CBS's '60 Minutes' spotlights stem cell work
The widely watched television news show, "60 Minutes," heralded the revolutionary healing potential of embryonic stem cells in a Feb. 26 report—the night before a trial that could determine whether $3 billion will become available in California for stem cell research.
Included in the program was an interview with Robert Robbins, MD, chair of Stanford's Department of Cardiothoracic Surgery, discussing the possibility of helping patients recover from heart attacks by rebuilding heart muscle with injections of embryonic stem cells. Robbins and colleagues have done such a procedure in mice with severe cardiac disease and had promising results.
"There's a lot of enthusiasm for this area of research," Robbins told CBS correspondent Ed Bradley. "There's great hope for patients that suffer from heart failure that may be too old or can't get a heart transplant. And a heart transplant is a big operation. You would much prefer having a therapy that you could go out of the hospital with just a Band-Aid on your leg versus having a big operation."
But the show noted that the funding needed to make such therapies a reality was in doubt. The Bush administration has restricted support for research in this field, and while California voters approved a measure—Proposition 71—in November 2004 that would provide $3 billion for scientists to conduct stem cell research, that money has yet to be disbursed because of lawsuits. The trial to resolve those challenges began Feb. 26 in Alameda County Superior Court.
In his "60 Minutes" interview, Robbins showed a petri dish of cells that were pulsating as if they were part of a beating heart. "These are the cells that go to make up the heart muscle cells," he explained. "They all started out as cells from embryos with the potential to develop into any type cell."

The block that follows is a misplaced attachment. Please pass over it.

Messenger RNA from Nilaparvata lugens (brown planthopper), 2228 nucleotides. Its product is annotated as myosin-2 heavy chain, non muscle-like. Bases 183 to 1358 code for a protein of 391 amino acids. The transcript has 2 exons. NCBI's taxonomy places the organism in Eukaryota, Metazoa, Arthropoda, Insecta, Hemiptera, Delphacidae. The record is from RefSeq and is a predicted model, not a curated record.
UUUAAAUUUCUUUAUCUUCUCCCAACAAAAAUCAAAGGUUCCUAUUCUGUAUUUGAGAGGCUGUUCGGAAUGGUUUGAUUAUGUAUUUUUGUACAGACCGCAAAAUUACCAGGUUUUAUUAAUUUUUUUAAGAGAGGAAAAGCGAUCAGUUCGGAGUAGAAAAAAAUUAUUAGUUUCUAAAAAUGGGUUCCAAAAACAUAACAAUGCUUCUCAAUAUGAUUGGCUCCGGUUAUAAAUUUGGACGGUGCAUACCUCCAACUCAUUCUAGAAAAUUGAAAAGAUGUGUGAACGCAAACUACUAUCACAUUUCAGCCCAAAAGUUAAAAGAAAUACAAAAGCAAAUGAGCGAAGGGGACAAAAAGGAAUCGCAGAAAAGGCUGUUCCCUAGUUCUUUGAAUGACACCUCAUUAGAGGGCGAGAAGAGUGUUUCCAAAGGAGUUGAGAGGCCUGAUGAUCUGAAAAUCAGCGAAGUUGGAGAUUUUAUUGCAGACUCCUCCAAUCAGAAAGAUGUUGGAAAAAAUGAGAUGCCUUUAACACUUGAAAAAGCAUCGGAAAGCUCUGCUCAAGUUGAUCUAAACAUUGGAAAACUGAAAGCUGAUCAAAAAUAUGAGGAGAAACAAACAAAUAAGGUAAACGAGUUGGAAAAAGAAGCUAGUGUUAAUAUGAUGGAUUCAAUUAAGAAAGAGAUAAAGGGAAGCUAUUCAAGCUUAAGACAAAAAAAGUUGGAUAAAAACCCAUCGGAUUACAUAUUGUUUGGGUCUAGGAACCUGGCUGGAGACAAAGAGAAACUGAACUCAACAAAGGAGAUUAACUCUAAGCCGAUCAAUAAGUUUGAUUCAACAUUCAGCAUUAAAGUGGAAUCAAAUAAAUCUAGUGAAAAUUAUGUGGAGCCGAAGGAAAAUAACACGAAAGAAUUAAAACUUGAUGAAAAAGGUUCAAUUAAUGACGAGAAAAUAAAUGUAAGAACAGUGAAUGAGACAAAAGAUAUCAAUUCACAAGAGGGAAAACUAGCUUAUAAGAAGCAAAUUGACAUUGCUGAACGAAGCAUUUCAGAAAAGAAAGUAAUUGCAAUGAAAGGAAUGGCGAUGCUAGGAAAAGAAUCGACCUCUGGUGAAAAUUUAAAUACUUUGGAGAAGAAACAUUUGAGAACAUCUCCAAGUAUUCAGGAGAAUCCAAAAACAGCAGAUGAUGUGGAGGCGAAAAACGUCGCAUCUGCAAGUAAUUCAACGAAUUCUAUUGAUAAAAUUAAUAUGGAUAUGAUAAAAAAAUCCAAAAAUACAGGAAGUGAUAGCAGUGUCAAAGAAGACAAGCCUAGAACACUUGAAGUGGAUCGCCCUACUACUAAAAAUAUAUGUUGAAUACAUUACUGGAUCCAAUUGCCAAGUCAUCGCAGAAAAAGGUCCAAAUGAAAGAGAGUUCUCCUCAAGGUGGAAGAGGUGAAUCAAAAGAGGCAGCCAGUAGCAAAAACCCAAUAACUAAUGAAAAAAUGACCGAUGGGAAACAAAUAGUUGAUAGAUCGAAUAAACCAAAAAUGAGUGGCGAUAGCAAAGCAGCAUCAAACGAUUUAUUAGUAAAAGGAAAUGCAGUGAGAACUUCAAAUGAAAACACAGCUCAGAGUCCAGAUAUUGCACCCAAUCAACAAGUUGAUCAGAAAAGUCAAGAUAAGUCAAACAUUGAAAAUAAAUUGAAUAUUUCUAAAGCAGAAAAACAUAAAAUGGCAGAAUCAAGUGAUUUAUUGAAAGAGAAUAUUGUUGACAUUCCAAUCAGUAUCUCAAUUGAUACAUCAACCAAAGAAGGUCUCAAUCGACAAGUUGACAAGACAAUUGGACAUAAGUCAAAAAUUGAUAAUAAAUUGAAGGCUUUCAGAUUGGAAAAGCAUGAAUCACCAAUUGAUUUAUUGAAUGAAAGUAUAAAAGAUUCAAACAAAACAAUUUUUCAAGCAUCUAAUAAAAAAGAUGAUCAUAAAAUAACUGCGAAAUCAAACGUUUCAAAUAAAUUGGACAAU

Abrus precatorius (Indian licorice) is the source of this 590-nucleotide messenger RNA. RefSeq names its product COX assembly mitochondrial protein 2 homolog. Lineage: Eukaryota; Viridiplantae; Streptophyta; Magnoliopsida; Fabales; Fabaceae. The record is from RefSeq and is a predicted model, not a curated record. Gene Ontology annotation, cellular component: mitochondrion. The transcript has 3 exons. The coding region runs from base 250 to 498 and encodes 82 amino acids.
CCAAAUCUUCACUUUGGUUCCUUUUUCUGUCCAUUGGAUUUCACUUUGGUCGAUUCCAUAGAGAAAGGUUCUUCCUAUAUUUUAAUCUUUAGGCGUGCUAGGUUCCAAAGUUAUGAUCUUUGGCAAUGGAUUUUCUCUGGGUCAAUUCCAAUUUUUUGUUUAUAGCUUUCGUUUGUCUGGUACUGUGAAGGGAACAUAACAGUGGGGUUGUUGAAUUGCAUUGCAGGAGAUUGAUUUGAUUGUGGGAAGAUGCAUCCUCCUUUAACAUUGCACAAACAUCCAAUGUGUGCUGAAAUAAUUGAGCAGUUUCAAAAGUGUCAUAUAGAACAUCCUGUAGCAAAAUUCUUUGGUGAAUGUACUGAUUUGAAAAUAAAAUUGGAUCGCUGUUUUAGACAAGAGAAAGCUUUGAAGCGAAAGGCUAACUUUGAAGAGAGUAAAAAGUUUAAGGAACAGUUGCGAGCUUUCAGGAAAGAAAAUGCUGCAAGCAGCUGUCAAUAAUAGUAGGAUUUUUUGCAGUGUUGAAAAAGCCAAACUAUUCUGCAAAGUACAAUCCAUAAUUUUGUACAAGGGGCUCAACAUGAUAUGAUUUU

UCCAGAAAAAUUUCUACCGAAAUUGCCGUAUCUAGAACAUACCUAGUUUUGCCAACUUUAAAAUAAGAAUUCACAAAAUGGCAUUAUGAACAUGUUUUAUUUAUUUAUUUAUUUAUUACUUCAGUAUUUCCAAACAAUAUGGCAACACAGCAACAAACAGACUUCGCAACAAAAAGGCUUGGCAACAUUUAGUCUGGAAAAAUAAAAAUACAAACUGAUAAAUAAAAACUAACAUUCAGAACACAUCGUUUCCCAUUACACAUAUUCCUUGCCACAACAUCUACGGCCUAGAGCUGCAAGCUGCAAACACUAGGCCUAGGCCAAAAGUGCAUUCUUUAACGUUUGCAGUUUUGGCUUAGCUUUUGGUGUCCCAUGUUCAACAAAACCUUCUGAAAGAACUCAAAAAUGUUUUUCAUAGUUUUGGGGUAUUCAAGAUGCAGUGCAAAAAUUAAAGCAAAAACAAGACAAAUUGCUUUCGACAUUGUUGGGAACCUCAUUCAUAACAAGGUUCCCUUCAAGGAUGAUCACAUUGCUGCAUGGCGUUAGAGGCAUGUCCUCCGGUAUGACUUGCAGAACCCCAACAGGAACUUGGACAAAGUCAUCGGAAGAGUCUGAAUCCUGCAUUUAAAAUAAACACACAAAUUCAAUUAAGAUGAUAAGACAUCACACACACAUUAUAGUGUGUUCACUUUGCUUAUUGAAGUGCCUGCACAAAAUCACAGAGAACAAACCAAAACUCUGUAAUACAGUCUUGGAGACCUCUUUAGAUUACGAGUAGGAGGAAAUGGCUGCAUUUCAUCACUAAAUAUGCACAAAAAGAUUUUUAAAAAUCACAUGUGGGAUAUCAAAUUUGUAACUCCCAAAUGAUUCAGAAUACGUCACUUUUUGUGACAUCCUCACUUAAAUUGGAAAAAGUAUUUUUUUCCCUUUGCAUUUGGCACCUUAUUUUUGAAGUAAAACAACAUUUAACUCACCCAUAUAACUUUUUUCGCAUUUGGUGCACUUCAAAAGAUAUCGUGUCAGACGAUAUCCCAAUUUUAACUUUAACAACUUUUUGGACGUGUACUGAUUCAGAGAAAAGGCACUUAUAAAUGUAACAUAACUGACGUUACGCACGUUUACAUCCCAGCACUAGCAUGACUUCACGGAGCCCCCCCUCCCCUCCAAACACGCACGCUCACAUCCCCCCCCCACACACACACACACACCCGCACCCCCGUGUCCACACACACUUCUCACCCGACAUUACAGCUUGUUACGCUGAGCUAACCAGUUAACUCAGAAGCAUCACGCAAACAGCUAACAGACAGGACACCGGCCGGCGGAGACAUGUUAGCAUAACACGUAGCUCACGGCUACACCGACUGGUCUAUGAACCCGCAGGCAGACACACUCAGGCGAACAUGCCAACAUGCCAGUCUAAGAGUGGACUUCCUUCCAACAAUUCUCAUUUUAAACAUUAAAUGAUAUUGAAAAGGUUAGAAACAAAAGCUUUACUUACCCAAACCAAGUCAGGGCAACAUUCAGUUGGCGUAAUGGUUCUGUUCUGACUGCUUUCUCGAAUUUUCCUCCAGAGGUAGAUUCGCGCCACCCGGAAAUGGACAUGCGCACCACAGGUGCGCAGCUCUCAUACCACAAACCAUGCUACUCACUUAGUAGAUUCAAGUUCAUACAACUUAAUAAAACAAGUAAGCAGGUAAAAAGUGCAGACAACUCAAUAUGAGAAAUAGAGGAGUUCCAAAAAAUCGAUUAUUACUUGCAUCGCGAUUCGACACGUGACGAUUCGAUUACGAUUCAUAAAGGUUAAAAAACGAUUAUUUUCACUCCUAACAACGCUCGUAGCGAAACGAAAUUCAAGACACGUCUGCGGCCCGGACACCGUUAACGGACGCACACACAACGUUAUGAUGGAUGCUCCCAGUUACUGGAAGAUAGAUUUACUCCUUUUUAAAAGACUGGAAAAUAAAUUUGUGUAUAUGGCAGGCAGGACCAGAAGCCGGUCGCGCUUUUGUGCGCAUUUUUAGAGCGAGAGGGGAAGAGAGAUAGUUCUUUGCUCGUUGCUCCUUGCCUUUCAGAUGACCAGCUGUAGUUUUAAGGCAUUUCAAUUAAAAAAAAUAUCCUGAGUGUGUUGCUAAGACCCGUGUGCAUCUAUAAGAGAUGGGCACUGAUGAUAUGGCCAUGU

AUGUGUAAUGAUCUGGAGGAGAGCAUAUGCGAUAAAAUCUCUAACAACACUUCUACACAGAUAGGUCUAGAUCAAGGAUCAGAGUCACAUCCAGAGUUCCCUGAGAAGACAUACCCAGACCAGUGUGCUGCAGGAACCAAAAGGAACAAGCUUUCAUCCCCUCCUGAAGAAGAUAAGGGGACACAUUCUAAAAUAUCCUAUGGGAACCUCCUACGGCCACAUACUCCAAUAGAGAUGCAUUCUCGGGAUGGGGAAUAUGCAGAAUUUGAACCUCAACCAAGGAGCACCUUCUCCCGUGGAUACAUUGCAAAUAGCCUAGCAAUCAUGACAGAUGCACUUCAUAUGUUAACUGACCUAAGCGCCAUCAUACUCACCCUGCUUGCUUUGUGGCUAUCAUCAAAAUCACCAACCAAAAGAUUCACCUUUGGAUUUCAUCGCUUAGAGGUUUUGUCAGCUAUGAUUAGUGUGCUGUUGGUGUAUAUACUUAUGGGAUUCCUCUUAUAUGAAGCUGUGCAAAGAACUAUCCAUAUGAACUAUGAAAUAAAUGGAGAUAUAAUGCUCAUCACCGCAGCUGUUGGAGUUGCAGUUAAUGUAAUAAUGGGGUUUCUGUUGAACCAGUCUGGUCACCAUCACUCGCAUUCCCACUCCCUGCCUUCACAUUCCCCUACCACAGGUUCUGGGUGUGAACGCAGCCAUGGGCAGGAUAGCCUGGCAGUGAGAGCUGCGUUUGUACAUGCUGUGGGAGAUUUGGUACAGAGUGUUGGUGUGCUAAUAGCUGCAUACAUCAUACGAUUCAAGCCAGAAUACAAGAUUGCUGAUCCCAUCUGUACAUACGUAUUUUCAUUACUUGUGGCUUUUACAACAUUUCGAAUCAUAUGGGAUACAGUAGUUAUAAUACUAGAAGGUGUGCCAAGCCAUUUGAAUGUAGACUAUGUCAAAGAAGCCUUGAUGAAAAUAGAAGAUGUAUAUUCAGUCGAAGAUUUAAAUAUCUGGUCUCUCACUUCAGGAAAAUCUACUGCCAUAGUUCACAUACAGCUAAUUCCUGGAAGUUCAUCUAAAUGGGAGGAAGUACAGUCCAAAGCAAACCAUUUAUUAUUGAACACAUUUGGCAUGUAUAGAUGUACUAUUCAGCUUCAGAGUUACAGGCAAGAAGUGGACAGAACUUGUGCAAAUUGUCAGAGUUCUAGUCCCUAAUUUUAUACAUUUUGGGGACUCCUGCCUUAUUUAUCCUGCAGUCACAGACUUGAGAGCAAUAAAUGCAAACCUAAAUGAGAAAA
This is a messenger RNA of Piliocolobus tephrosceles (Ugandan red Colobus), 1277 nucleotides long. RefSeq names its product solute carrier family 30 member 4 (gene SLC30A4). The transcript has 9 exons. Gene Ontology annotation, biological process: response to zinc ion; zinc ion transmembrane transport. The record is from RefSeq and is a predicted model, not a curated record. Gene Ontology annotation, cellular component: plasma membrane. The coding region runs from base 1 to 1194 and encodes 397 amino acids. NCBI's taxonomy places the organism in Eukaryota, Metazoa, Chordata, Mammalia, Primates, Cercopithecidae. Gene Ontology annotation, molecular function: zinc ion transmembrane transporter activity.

It was a vivid demonstration of how scientists hope to be able to manipulate embryonic stem cells to grow into any one of a multitude of human tissues or organs. And it raises the possibility of a day in the future when doctors will be able to cure diseases and heal injuries by regenerating tissues in the body that have been ravaged by disease or accident.
But such developments are not assured and, even in the best-case scenarios, much work remains before they can be used as routine therapies for people. While "60 Minutes" mentioned two potential uses for stem cells that are ready to begin clinical trials—one for replacing nerve cells in people who have suffered spinal cord damage, the other for children stricken with a fatal brain disease—the trials may takes years. And they may uncover serious side effects or show that these therapies are not as effective in humans as they were in laboratory animals.
In the meantime, Robbins noted that he is receiving inquiries from heart patients interested in pursuing stem cell treatment. Yet it's way too soon to think of using such a therapy in humans, he told Bradley. "I would say that it's at least five to 10 years away before I think that we will have enough definitive data in animal studies that it will be safe to go forward with embryonic stem cells [injected into human hearts]," he said.